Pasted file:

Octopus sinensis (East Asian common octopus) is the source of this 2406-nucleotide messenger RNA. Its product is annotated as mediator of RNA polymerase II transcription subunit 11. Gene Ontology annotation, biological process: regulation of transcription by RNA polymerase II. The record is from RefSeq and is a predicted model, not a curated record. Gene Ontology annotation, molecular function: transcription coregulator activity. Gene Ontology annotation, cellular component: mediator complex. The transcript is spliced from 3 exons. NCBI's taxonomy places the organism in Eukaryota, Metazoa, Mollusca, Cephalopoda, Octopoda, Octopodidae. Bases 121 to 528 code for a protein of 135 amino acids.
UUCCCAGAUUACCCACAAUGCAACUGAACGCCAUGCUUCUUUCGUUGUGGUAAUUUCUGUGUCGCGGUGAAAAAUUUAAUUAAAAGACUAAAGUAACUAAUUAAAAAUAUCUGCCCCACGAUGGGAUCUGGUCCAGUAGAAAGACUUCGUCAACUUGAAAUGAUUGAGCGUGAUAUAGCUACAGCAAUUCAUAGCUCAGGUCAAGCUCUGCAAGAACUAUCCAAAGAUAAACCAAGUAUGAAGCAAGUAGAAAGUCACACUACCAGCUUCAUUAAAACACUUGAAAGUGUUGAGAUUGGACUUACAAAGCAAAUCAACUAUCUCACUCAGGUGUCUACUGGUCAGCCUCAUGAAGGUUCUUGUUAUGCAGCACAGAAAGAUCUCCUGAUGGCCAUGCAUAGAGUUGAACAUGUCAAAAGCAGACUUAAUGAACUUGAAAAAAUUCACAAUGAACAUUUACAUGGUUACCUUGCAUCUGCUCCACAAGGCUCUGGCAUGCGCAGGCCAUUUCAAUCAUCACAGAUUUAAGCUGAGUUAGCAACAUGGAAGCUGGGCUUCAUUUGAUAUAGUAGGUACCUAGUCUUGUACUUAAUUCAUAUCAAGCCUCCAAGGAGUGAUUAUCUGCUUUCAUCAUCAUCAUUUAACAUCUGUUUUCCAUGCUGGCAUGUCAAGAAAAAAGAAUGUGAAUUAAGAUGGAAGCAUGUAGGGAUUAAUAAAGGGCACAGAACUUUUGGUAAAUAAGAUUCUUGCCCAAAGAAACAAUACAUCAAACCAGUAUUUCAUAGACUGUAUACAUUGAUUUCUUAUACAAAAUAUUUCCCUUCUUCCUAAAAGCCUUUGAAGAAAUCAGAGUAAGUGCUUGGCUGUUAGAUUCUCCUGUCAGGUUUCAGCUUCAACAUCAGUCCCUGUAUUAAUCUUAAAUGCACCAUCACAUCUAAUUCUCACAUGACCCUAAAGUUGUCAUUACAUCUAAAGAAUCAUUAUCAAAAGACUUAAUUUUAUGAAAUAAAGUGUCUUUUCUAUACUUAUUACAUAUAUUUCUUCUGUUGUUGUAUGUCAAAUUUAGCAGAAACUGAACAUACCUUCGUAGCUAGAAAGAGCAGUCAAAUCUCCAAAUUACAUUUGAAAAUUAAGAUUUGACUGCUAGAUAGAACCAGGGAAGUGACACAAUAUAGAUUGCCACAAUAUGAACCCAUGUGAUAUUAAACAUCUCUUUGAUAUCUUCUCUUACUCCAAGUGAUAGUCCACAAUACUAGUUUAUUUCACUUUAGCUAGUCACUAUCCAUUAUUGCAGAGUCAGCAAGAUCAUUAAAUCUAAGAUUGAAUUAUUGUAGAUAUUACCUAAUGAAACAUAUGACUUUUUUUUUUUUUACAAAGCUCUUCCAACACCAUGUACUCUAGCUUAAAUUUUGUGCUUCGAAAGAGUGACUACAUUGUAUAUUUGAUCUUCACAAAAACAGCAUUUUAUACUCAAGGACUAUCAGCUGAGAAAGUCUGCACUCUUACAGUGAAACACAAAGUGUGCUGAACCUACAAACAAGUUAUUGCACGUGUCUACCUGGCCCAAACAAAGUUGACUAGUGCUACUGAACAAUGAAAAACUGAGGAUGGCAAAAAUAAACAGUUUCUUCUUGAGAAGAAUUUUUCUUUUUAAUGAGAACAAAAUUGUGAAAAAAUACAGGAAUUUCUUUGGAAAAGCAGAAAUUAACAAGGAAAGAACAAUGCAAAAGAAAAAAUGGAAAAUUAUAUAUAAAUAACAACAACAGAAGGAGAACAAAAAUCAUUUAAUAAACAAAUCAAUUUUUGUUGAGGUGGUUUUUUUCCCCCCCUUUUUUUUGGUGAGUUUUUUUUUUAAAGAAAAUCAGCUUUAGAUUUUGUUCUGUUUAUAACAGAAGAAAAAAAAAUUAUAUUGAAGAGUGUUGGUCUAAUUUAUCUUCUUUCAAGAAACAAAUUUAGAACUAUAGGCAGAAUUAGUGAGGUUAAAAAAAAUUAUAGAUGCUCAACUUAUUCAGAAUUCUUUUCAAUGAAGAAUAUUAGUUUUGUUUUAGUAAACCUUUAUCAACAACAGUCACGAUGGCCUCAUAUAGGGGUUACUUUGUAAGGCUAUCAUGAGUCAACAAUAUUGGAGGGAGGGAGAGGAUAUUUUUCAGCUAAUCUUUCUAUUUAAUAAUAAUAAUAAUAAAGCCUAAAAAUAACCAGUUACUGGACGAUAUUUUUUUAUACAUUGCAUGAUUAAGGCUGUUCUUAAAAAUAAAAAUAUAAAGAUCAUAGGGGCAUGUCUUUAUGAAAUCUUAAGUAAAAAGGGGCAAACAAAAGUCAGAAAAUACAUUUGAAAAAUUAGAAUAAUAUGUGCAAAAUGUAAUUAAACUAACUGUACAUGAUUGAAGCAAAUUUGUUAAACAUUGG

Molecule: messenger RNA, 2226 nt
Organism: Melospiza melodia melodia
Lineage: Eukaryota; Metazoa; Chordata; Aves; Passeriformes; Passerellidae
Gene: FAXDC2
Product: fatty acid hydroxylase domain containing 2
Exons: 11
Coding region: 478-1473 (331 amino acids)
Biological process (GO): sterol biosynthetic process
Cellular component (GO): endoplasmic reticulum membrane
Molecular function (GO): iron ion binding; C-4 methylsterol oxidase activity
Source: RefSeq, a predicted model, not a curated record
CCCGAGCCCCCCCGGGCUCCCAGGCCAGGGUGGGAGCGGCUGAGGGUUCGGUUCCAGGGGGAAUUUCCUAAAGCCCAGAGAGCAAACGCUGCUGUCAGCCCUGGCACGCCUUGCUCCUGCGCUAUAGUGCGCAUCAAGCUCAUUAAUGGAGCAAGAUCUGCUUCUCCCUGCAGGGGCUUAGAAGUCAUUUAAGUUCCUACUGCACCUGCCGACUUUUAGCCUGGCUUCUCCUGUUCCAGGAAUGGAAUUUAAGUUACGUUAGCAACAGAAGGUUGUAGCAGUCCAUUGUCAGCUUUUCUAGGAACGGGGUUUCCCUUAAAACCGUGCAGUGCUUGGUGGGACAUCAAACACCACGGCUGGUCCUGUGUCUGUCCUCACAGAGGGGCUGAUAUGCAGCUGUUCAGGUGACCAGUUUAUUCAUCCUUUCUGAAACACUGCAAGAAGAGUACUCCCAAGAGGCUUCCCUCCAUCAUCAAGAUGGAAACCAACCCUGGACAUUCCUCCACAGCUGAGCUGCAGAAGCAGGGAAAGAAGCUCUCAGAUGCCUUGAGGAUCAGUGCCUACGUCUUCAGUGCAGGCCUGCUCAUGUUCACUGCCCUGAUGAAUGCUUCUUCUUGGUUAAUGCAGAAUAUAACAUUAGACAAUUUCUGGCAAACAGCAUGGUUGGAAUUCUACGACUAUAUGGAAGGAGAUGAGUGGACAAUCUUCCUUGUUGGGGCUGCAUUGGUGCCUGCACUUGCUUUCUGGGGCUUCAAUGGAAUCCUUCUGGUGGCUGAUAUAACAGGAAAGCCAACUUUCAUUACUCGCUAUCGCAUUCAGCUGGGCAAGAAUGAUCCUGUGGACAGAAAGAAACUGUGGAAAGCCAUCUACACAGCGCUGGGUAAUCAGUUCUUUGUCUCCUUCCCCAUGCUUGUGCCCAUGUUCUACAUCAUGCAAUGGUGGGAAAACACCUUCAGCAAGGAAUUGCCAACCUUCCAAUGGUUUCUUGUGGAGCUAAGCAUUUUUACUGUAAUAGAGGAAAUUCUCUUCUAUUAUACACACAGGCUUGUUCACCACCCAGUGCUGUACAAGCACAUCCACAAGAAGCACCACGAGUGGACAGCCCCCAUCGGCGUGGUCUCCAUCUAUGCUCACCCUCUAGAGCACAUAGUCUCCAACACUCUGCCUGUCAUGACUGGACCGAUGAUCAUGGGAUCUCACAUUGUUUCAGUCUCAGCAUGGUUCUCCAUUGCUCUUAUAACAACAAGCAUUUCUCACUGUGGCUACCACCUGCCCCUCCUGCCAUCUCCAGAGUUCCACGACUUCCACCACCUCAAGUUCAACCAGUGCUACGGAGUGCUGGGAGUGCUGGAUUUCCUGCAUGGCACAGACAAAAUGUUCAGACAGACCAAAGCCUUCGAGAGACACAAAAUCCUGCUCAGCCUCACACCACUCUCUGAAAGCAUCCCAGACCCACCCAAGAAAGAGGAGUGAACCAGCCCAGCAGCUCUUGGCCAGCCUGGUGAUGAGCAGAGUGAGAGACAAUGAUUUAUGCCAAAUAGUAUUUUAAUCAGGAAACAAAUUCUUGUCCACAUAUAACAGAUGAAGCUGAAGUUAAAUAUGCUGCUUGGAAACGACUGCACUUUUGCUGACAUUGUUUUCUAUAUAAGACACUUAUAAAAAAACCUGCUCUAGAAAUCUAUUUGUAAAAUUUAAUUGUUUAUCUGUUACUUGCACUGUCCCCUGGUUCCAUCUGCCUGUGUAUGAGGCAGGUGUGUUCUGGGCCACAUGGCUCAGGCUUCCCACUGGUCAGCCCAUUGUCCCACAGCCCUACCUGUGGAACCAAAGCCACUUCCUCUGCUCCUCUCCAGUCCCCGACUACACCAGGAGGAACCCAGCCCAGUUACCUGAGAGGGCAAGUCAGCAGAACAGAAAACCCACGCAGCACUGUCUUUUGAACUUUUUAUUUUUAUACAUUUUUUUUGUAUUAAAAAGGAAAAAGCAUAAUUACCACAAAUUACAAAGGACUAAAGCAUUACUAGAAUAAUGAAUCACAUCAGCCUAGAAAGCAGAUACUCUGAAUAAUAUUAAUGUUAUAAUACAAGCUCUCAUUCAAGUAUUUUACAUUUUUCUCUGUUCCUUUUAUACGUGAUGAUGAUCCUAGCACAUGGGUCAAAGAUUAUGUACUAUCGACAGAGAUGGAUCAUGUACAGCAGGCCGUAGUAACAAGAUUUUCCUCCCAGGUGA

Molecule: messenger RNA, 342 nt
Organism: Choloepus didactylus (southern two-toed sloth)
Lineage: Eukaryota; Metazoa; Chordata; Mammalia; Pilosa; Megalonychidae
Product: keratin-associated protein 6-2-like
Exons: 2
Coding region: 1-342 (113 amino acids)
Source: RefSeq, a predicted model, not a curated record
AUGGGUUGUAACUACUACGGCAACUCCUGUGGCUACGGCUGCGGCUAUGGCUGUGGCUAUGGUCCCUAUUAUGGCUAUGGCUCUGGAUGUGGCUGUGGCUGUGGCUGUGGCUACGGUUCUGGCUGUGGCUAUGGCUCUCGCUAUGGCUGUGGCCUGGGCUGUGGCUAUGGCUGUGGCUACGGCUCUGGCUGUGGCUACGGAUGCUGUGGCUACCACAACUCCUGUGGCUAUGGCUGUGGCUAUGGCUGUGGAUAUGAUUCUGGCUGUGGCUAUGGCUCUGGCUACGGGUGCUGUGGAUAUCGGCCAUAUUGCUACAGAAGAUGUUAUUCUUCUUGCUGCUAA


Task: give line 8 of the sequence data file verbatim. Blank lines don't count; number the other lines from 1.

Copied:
Exons: 11